If true, this scandal could seriously derail John Sisay’s bid for the presidency, a campaign many believe has now cost him millions of dollars.
Media report says that Iluka Resources has uncovered the suspected bribe payments, after it added one of the world’s largest Rutile mines to its portfolio via the takeover of the London listed Sierra Rutile Ltd for $375 million in December.
John Sisay was the Chief Executive Officer of Sierra Rutile Ltd, until recently, when he resigned his job to put forward his name for the ruling party’s presidential candidacy.
Critics of Sisay are accusing him of being the most unfit and corrupt candidate to join the presidential race.
His donation of millions of dollars to president Koroma – his cousin, to help meet the costs of running the government and supporting the ruling party, is said to be a corrupting behaviour, unbecoming of someone who is vying for the presidency.
According to the publication, Mr Sisay oversaw bribe to senior government officials in the ruling APC government, so as to secure mining licences inherited by Iluka.
The impropriety it says was uncovered during a post-acquisition investigation commissioned by Iluka Resources and conducted by corporate lawyers Freehills, and that Anti-corruption investigators in the UK and Sierra Leone are now examining the evidence, with inquiries likely to take many months.
John Sisay made this statement, denying the allegations:
“The Independent Observer published an article on Thursday 16 August entitled “Diana Konomanyi, John Sisay named in bribery.”
The article contains a number of false allegations against me that are now in the hands of my lawyers with instructions to take action as necessary to defend my reputation. However, whilst I wait for legal redress, there are key allegations that need urgent correction:
As Chief Executive Officer of an AIM listed company myself and my board operated in compliance with the highest ethical standards at all times and in full compliance with AIM rules, standards and regulations. At no stage whilst CEO of Sierra Rutile did I authorise improper payments of any kind to any Sierra Leone Government officials for any reason. Moreover, Sierra Rutile operated in accordance with government standards and all major decisions including any around the issues specified in the Independent Observer were approved by the board of Sierra Rutile Limited.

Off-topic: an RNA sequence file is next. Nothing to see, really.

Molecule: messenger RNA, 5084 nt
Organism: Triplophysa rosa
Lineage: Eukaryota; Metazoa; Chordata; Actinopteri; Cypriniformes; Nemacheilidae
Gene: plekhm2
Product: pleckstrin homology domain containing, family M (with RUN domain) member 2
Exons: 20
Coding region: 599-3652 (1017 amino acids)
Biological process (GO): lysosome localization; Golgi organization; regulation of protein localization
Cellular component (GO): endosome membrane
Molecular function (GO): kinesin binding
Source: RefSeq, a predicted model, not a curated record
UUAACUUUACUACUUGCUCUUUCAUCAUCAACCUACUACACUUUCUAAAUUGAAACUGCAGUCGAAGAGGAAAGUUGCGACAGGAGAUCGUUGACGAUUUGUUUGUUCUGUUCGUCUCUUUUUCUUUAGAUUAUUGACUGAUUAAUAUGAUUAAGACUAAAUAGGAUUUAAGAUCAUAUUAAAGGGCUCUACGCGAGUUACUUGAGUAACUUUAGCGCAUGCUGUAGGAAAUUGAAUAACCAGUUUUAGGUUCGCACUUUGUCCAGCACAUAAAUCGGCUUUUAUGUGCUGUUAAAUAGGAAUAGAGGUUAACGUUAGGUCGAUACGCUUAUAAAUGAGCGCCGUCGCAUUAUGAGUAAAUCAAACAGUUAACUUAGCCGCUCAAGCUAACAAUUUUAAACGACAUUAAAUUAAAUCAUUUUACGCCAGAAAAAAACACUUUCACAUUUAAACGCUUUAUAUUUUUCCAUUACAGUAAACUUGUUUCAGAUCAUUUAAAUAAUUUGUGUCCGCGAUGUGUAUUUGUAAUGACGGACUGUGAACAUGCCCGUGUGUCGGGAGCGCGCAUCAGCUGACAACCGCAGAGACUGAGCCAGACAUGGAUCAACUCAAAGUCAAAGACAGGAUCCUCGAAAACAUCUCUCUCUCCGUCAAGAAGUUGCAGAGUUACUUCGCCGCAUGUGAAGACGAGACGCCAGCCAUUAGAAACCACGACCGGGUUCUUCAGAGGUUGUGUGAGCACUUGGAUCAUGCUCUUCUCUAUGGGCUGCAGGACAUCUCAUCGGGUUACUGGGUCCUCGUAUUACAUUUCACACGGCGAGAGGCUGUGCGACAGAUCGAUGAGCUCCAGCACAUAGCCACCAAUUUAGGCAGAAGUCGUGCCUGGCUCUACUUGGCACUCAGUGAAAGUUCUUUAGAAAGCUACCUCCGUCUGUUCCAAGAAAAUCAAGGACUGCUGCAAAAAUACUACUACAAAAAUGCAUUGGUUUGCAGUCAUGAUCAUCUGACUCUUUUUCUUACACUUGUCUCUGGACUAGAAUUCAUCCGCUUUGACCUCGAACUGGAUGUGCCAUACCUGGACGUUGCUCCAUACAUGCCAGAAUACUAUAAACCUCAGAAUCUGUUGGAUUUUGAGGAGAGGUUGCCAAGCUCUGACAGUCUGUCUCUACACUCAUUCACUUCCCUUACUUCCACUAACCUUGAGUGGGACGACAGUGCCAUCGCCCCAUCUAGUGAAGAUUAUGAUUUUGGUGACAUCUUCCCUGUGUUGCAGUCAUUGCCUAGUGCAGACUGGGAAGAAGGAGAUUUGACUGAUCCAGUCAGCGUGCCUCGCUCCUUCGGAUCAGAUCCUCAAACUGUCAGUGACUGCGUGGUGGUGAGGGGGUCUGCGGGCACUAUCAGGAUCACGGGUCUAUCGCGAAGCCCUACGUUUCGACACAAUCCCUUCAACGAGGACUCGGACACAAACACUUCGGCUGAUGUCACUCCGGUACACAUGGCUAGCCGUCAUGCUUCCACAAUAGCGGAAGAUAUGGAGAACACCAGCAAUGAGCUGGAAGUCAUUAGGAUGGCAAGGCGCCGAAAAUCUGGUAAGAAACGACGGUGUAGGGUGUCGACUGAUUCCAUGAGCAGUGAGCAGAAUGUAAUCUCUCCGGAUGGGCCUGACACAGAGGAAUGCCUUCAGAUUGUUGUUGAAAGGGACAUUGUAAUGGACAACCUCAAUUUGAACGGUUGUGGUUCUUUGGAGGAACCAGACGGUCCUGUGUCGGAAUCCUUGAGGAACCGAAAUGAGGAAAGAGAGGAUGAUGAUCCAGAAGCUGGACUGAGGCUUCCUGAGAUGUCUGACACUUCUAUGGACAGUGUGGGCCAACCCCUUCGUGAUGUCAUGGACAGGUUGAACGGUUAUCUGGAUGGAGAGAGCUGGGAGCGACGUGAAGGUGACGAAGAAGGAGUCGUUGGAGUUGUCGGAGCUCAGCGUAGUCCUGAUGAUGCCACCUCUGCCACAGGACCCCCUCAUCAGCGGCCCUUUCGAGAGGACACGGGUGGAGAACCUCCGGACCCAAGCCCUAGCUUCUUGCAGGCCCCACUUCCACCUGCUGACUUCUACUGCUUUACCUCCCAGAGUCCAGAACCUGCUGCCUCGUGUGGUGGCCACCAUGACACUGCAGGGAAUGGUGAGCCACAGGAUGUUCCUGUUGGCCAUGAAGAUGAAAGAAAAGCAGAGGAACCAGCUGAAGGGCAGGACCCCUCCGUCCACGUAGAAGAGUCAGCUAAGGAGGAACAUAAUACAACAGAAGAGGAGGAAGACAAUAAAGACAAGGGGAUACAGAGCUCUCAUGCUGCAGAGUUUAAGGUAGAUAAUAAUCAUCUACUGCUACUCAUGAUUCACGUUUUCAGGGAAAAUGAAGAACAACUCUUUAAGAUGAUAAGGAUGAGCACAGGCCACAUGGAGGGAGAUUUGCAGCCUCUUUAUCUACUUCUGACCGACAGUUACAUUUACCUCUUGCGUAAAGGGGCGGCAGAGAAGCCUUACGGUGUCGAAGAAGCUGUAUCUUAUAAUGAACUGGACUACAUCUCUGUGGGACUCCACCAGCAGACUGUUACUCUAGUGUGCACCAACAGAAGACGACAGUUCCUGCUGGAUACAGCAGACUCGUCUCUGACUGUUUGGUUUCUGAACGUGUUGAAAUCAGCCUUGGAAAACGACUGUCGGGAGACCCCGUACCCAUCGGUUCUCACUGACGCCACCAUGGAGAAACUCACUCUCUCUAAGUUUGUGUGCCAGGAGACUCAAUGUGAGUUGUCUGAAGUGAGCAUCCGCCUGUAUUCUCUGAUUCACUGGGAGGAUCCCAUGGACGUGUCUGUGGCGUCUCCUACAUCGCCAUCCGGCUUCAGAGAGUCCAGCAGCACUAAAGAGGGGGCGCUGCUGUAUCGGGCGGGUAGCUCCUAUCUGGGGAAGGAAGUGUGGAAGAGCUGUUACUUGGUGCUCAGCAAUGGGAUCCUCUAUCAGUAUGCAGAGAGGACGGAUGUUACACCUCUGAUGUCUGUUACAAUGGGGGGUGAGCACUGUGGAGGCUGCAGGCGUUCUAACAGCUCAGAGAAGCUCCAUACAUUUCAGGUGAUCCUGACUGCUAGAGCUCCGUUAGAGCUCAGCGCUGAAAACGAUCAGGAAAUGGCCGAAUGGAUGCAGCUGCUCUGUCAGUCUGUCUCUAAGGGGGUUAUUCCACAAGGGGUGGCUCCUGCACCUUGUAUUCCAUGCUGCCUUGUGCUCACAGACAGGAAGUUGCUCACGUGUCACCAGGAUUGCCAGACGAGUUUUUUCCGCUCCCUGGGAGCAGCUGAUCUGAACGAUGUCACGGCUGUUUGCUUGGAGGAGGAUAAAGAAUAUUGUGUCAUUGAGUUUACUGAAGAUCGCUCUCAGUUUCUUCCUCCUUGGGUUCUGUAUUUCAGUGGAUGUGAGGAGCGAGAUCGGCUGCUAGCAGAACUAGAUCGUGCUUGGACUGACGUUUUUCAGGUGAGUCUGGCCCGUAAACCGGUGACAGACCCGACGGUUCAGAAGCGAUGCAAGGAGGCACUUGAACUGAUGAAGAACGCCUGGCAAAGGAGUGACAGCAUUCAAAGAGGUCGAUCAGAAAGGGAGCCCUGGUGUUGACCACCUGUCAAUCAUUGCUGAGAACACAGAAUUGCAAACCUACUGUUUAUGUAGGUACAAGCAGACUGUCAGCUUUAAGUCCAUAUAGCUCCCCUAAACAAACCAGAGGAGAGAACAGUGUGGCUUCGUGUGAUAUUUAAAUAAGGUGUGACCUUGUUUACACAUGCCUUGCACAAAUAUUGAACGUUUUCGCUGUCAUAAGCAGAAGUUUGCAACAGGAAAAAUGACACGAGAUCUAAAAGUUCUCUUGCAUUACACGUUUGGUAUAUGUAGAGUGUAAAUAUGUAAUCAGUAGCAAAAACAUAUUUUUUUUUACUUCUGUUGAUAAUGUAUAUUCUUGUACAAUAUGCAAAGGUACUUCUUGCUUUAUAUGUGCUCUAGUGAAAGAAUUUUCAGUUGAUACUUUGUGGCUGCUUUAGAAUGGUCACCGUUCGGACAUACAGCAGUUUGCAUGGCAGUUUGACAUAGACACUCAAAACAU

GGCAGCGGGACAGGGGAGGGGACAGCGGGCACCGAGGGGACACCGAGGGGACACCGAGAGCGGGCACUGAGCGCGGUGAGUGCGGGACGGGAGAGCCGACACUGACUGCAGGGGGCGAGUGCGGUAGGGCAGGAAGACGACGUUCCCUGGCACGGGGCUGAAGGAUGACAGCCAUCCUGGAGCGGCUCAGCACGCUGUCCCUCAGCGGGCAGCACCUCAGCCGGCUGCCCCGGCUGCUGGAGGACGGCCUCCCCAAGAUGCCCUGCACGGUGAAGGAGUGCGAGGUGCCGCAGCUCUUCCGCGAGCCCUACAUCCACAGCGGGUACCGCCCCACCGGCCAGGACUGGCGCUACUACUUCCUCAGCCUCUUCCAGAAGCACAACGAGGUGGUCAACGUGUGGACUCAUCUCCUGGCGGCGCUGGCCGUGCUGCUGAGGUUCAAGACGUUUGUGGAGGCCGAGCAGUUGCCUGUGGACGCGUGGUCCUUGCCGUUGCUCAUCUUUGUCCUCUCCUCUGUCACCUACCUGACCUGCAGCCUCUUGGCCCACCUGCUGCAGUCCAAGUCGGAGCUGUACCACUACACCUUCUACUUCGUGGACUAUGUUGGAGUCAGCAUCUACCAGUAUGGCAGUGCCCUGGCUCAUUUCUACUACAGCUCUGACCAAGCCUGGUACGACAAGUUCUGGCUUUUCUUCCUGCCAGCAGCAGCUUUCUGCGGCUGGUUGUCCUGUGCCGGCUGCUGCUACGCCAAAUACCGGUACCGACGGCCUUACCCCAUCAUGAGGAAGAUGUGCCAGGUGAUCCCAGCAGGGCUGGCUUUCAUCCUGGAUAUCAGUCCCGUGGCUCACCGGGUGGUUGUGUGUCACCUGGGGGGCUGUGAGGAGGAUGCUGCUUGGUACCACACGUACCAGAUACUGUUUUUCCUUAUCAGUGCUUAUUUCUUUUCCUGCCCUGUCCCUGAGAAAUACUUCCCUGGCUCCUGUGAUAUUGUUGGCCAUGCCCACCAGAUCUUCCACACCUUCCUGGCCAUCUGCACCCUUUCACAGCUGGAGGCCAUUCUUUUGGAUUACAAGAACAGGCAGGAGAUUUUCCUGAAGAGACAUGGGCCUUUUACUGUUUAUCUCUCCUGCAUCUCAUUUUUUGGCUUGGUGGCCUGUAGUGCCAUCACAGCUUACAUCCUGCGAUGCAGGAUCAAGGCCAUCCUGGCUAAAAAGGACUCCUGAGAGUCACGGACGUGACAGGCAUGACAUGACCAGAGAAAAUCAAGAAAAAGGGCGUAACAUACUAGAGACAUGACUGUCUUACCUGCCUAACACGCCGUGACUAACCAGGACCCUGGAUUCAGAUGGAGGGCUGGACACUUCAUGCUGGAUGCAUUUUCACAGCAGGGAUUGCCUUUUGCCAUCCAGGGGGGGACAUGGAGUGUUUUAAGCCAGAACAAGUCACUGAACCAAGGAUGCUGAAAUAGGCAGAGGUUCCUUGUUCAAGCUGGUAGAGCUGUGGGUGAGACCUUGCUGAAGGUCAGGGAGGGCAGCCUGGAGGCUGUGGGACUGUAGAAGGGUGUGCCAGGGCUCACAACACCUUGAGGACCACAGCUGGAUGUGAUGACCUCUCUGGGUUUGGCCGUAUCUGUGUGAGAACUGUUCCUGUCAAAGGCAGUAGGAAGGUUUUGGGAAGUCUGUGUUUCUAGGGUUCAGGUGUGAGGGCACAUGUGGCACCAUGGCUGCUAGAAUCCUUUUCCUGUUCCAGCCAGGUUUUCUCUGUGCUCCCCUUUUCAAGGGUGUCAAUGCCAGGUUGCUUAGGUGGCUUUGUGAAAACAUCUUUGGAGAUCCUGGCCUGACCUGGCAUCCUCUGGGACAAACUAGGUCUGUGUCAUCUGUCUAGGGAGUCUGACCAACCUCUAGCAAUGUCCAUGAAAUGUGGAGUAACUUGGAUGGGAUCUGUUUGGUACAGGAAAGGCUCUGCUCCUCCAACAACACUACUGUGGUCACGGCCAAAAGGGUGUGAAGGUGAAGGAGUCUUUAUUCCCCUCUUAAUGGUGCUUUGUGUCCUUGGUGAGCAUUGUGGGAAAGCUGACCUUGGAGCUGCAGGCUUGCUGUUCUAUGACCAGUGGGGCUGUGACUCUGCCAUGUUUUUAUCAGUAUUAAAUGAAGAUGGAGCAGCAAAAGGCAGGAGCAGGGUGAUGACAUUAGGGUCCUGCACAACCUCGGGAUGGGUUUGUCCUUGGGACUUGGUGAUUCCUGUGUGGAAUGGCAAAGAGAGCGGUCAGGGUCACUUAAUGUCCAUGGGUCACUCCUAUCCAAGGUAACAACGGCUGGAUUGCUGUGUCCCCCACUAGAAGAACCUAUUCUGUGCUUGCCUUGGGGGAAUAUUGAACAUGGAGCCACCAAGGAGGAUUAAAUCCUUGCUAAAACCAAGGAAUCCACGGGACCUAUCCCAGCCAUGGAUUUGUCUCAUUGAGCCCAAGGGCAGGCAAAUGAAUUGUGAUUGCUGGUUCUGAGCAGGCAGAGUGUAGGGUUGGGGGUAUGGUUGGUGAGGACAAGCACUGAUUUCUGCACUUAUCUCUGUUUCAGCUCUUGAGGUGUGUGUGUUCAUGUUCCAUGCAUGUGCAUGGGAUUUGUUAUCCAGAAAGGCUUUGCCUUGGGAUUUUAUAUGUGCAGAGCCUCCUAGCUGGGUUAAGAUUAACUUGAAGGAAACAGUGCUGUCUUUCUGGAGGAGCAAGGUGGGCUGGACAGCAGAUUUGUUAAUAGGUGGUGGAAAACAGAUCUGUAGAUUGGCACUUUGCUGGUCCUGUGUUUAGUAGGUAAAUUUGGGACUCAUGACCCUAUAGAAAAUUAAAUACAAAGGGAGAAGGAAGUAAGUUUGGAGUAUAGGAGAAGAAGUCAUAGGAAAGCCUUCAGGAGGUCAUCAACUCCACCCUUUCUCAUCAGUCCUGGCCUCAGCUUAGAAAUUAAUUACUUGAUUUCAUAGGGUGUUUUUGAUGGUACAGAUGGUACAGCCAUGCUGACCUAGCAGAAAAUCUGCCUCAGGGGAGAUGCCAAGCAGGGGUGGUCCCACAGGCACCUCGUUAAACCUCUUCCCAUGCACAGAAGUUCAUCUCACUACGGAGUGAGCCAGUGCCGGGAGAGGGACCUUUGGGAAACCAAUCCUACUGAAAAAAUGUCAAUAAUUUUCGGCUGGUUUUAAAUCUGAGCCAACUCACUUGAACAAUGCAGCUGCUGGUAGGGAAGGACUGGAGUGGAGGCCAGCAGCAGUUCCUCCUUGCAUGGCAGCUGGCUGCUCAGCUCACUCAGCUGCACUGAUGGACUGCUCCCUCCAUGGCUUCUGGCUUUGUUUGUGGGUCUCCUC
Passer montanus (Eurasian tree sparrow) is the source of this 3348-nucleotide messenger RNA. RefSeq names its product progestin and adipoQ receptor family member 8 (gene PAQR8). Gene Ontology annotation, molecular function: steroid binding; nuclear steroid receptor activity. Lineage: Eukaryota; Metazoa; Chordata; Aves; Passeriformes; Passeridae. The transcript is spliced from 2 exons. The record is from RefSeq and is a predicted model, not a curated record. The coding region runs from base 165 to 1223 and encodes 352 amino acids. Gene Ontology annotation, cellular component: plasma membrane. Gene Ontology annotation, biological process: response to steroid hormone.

I categorically deny the allegation that I oversaw the payments of bribes, whether in the form of payment of travel costs or otherwise, in order to secure mining licences.
At no time since its acquisition of Sierra Rutile in December 2016 has Iluka, its accountants or its lawyers raised with me any issue concerning any payments made by the company whilst I was CEO. Nor have I had any contact from any investigators, whether in Australia, Sierra Leone, the UK or anywhere else. The original publication by the Sydney Morning Herald on Wednesday 16th August was the first time that I was aware of any allegation of impropriety made against me and my former company.
At no stage was I given the opportunity to comment on this article before its publication, which I regard as a clear and highly dubious breach of recognized professional standards of journalism.
Finally, from the timing of the publication of these false allegations and from the fact that recklessly they were not put to me for comment in advance of publication, I believe it is clear that the intended effect is to influence the up-coming party leadership elections and interfere with the proper democratic process. It will not work. I trust the people of Sierra Leone to be far too smart and proud to let foreign outside influences impact on their vote.
I will continue giving every ounce of my energy to the service of the people of Sierra Leone to create a better, more prosperous and stronger country for the benefit of all.”